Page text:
Globally, businesses are facing an epidemic of disengaged employees. A Gallup report revealed 71% of Australians are not engaged with their jobs and 15% are actively disengaged. For the actively disengaged, that’s at least 1 in every 7 people hired. In Australia this equals over 1.28 million actively disengaged employees if we look at the most recent ABS data on the full-time workforce (8.5 million people). According to Gallup, these individuals are not just unhappy at work, but are ‘resentful that their needs aren’t being met and are acting out their unhappiness through potentially undermining what their coworkers accomplish’. This unhappiness leads to lower productivity in the workplace (lower discretionary effort levels) and inevitably, an increase in employee turnover.
The end result is a huge cost to Australian businesses. Disengagement is estimated to cost a company 34% of the employee’s salary. On an average salary of $50,000 that is $17,000 per year. This money is spent on areas to improve the role, including sick leave or recruitment fees to rehire. For a business of any size, this is a significant cost, and most concerningly, a preventable cost. If we look at the whole of Australia, the monetary strain of disengaged employees reaches in the billions. With 1.28 million actively disengaged employees costing about $17,000 on average, the cost rises to a total of more than $2 billion a year to Australia’s economy.
What can we do to fix this?
Companies believe they can fix an employee’s disengagement through wellbeing initiatives such as in-house yoga or instant gifting and recognition tools. However, these initiatives, while well intentioned, are often knee jerk reactions or tactics that don’t address the root of the engagement problem. The misalignment between company and job role expectations and that of the employee’s core motivational drivers, values, and purpose are at the heart of nearly every disengaged employee.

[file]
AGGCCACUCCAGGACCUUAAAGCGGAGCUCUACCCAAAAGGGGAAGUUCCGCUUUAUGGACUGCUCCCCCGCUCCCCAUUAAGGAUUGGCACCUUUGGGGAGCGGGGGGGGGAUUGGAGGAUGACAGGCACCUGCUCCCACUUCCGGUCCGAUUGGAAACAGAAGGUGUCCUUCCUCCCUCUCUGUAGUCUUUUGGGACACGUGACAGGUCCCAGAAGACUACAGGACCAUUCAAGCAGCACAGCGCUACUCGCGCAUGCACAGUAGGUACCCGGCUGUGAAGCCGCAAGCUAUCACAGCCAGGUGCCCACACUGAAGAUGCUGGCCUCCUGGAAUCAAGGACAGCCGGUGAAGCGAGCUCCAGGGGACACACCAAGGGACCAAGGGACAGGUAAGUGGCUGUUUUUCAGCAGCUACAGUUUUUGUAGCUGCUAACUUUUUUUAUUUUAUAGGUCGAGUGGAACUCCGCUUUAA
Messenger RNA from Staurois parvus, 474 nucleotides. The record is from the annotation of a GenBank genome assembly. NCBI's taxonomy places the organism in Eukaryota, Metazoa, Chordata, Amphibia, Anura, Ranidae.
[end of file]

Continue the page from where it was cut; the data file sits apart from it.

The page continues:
The first thing companies need to consider for a happier workplace and a more engaged workforce is the quality of their hiring process. Adopting good practice methodologies at the very start of the employment life cycle are key to ensuring job satisfaction, employee wellbeing, and predicting successful in-role performance. Evaluating the alignment between the candidate and company expectations sets the foundation for a healthy long term employee-employer relationship. This alignment, in academic terms is called the Psychological Contract. Breaching this contract during hiring will only set employees up for failure regardless of the initiatives the companies run. If there is misalignment between the employee and the company in regards to the role, the company culture, and the management style, employees won’t be committed from the start and will become disengaged as their initial expectations are never met. Research shows that for newly hired employees, the number one reason for leaving is that the job or workplace and how it has been ‘sold’ to the candidate, is not as expected. Unmet expectations’ cause 4% of new hires to leave their job on the first day and another 50% to quit during the first 6 months.
How can companies hire smarter?
For companies to make smarter hiring decisions and build healthier workplaces, they need to evaluate and define their company culture and hire in line with this benchmark. Companies then need to evaluate a candidate’s work preferences, motivational drivers and behaviours and compare and contrast this information with the organisation fit requirements / benchmarks. Access to this information at the very start of the recruitment process (rather than at the end of the hiring process as is the case in most workplaces) will allow both parties to avoid disillusionment, high turnover and adding to the $2 billion figure.
Provide candidates with a preview of the job through giving realistic work scenarios in the pre-selection process. This will allow a candidate to either opt in or out of the application process if it doesn’t align with what they are looking for in a job or work environment. This includes providing clear insight to both the technical skills and experience required to be successful in the role as well as what it is like to work at your organisation and in the team.
Including these elements into the hiring process will mean that employees and the company are better set up for long-term success and will also allow both parties to have more informed discussions during the hiring process and will allow the company to provide greater detailed feedback to both successful and unsuccessful job candidates. Having a more robust, holistic best practice approach at the start will allow you to reduce the percentage of disengaged employees and build a healthier happier company culture.
By Rudy Crous, Corporate Psychologist and CEO and co-founder of Shortlyster.